We have a 2TB PostgreSQL database, which contains two groups of tables that account for about 90% of the storage used. These two groups can be loosely described as 2 big tables partitioned, the first group has this table as parent:

CREATE TABLE avl_historico (
    fecha timestamp with time zone NOT NULL,
    latitud double precision DEFAULT 0 NOT NULL,
    longitud double precision DEFAULT 0 NOT NULL,
    altitud double precision DEFAULT 0 NOT NULL,
    velocidad double precision DEFAULT 0 NOT NULL,
    cog double precision DEFAULT 0 NOT NULL,
    nsat integer DEFAULT 0 NOT NULL,
    tipo character(1),
    utc_hora time without time zone,
    fix_fecha date,
    imei bigint NOT NULL,
    registro timestamp with time zone,
    input1 integer DEFAULT 0,
    input2 integer DEFAULT 0,
    input3 integer DEFAULT 0,
    input4 integer DEFAULT 0,
    hdop double precision,
    adc double precision DEFAULT (-99),
    ignicion integer DEFAULT 1,
    adc2 double precision,
    power integer,
    driverid integer,
    ibutton2 integer,
    ibutton3 integer,
    ibutton4 integer,
    trailerid integer,
    adc3 double precision,
    adc4 double precision,
    horometro bigint,
    odometro bigint,
    panico integer DEFAULT 0,
    bateria double precision,
    bateriaint double precision

It's children are built like this:

CREATE TABLE avl_historico_354898046636089 (
    CONSTRAINT reports_avl_historico_only_354898046636089 CHECK ((imei = 354898046636089::bigint))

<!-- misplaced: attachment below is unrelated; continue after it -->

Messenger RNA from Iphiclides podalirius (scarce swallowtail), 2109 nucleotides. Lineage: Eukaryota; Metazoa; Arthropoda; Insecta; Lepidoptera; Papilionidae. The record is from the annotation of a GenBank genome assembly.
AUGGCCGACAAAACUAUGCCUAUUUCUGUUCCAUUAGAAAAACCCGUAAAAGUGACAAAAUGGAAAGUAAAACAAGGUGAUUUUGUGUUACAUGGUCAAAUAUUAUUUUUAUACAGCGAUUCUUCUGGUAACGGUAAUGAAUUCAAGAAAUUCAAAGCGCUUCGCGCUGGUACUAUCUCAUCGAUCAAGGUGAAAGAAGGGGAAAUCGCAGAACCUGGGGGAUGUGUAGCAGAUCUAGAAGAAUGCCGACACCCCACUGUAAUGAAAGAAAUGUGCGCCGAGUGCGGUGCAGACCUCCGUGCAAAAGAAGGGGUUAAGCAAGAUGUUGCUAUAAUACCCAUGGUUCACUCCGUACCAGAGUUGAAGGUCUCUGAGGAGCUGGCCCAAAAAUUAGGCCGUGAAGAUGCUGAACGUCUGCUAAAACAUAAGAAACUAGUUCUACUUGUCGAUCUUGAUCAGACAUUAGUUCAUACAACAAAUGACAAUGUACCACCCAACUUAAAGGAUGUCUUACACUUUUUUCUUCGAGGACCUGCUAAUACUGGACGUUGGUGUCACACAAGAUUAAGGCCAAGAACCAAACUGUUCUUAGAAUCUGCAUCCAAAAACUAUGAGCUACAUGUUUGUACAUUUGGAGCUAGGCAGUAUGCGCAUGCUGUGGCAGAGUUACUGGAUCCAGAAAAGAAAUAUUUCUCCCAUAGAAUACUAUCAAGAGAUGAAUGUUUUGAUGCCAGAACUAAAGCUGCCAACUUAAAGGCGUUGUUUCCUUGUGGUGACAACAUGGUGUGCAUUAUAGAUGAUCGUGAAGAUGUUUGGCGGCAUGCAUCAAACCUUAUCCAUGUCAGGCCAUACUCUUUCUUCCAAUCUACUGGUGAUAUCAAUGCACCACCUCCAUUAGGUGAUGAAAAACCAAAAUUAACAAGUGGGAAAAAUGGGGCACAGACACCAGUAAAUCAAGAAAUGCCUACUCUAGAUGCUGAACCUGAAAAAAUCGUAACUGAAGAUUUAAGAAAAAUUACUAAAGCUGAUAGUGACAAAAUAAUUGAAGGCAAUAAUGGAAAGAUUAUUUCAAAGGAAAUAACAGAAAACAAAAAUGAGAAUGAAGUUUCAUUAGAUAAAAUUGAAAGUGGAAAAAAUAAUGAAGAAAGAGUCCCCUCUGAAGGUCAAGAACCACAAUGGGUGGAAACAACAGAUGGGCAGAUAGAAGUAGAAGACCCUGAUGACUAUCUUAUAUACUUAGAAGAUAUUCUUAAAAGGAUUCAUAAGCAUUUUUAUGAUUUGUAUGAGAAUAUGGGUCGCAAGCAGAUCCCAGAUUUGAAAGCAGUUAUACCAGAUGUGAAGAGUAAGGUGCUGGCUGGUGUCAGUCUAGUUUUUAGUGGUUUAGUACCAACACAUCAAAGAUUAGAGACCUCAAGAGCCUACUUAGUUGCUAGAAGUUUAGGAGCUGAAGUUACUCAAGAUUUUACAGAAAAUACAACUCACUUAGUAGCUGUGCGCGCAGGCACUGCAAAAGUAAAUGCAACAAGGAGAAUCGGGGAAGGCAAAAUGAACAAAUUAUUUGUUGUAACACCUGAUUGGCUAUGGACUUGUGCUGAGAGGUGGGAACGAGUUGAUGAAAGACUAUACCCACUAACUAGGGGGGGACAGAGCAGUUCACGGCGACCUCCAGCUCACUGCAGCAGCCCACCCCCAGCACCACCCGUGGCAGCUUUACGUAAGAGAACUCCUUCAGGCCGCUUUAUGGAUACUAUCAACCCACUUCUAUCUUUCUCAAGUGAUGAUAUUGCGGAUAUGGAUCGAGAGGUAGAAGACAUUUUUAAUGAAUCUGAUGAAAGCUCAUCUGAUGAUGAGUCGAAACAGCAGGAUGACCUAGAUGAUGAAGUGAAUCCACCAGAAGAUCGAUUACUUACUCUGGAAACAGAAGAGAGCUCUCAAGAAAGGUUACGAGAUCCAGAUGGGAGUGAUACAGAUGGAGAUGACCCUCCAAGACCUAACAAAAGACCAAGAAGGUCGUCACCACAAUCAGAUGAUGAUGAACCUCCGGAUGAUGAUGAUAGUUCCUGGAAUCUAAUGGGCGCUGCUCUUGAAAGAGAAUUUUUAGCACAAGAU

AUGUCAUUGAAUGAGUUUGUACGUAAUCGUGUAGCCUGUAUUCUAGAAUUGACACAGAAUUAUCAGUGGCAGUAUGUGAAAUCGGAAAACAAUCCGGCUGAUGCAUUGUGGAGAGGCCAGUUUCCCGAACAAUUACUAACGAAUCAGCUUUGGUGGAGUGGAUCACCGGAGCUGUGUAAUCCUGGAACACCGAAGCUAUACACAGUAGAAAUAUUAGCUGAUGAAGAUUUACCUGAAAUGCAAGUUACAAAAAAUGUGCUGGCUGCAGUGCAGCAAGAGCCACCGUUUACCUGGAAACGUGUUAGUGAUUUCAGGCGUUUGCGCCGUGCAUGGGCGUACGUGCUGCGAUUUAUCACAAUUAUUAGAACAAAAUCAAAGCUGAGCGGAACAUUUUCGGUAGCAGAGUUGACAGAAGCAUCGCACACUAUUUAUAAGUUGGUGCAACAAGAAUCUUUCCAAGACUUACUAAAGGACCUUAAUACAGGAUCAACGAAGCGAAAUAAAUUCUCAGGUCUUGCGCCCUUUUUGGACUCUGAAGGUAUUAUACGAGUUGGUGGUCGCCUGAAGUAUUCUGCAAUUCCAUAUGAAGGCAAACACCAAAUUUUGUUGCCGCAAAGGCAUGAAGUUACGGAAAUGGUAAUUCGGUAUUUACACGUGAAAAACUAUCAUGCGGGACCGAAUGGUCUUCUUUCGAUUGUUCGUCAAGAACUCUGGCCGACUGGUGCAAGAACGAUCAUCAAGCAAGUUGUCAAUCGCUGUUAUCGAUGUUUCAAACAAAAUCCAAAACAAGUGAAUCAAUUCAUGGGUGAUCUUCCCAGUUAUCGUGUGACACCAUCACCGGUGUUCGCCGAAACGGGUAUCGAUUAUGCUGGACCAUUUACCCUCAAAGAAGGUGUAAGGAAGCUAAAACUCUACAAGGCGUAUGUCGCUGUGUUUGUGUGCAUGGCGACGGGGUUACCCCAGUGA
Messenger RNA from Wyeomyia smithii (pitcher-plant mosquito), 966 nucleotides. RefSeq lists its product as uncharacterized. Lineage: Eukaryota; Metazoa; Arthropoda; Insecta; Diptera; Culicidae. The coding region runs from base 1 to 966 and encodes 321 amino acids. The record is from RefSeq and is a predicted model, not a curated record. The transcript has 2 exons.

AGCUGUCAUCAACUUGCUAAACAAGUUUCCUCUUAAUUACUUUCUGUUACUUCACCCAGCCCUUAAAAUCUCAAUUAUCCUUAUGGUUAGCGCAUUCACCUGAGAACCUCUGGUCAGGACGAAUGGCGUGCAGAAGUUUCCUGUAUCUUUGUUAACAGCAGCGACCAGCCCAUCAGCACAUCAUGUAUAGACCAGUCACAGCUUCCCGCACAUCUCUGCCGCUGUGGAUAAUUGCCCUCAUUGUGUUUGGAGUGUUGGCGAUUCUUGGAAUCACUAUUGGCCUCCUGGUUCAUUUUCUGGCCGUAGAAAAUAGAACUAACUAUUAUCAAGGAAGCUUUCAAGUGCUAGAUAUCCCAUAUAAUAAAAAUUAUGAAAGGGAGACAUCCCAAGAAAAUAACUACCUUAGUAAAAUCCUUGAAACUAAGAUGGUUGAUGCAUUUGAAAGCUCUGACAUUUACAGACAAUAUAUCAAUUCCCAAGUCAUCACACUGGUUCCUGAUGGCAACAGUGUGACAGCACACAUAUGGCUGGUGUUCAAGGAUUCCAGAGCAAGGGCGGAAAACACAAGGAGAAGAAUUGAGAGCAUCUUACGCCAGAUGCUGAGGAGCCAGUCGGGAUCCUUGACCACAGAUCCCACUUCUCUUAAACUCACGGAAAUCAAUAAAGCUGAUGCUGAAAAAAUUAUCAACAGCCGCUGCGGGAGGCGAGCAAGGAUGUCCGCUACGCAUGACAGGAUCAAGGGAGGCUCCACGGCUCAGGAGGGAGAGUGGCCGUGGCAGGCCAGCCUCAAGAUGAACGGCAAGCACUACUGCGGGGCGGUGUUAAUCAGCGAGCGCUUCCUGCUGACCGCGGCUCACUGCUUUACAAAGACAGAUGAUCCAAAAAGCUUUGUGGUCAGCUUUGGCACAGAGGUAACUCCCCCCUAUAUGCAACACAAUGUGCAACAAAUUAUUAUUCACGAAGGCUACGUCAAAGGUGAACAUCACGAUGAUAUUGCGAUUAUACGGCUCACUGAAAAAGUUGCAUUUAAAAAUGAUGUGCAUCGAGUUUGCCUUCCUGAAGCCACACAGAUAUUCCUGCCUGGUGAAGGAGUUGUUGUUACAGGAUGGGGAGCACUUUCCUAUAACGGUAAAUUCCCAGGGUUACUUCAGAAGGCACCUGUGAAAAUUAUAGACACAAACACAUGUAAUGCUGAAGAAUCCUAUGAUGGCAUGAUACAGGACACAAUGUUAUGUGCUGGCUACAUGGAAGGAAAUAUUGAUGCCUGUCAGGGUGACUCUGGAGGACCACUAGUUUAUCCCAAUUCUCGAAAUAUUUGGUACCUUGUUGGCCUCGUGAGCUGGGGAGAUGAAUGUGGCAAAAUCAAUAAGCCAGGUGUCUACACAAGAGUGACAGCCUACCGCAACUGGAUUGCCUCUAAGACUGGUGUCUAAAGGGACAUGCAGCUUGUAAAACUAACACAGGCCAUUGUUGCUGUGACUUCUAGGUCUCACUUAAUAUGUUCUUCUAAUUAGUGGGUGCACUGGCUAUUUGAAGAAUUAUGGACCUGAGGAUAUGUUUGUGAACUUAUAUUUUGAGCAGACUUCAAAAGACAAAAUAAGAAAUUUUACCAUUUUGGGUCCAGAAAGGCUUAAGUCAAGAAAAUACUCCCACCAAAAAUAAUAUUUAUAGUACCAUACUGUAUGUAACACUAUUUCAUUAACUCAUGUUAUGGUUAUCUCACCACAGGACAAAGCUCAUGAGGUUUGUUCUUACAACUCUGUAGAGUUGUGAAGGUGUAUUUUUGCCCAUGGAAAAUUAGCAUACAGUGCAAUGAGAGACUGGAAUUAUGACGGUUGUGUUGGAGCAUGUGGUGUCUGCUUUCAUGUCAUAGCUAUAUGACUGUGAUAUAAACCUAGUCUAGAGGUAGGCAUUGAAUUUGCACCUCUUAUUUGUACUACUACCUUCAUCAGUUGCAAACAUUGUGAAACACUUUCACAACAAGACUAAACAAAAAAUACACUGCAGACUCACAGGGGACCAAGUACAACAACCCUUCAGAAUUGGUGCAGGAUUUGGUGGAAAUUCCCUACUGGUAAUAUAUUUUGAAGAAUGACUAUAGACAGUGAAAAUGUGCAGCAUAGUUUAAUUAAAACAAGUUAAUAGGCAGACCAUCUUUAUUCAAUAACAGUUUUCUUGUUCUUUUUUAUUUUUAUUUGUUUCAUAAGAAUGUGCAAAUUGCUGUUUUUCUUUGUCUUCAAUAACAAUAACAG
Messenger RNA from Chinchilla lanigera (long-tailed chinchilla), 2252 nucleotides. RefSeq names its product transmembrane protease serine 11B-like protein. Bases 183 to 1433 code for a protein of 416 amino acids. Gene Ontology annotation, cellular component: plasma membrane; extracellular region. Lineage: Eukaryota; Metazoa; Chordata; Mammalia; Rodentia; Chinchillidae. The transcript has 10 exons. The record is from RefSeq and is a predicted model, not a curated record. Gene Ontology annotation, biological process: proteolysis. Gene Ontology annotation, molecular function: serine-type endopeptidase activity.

INHERITS (avl_historico);

The second "group" has this parent table:

CREATE TABLE historico (
    imei bigint NOT NULL,
    utc timestamp without time zone NOT NULL,
    clase integer NOT NULL,
    valor double precision[],
    registro timestamp with time zone DEFAULT now(),
    power integer DEFAULT (-1),
    voltaje double precision DEFAULT 0.0

And it's children:

CREATE TABLE historico_354676056027609 (
INHERITS (historico);

There are about 15.000 tables in each of these groups, and each table get's a new record inserted roughly about 40 secs. We only keep online the last 12 months, and older data gets pg_dump'd and archived for later retrieval if necessary.

We guess there might be redesign considerations that may improve storage needs, speed and perhaps even management, but are clueless on what to do, what to look for, or what to search within our data.

  • 1
    I would expect in this scheme that planning a query takes a considerable amount of time due to the number of partitions. The PostgreSQL manual states: ... up to perhaps a hundred partitions; don't try to use many thousands ... What queries do these tables serve and how do they perform? What drove the current partitionining design? As you seem to be removing data after 12 months, considering a partition strategy based on time might be very fruitful, you could drop (say weekly) partitions. May 26 '17 at 9:00
  • 1
    You should also give a functional description of what the tables are for.
    – CalZ
    May 26 '17 at 11:58
  • @Feike although queries are being executed against the actual partition tables and not the parent table, so query planning is not an issue, your partition suggestion sounds pretty reasonable. And the manual reference is also useful May 26 '17 at 13:14

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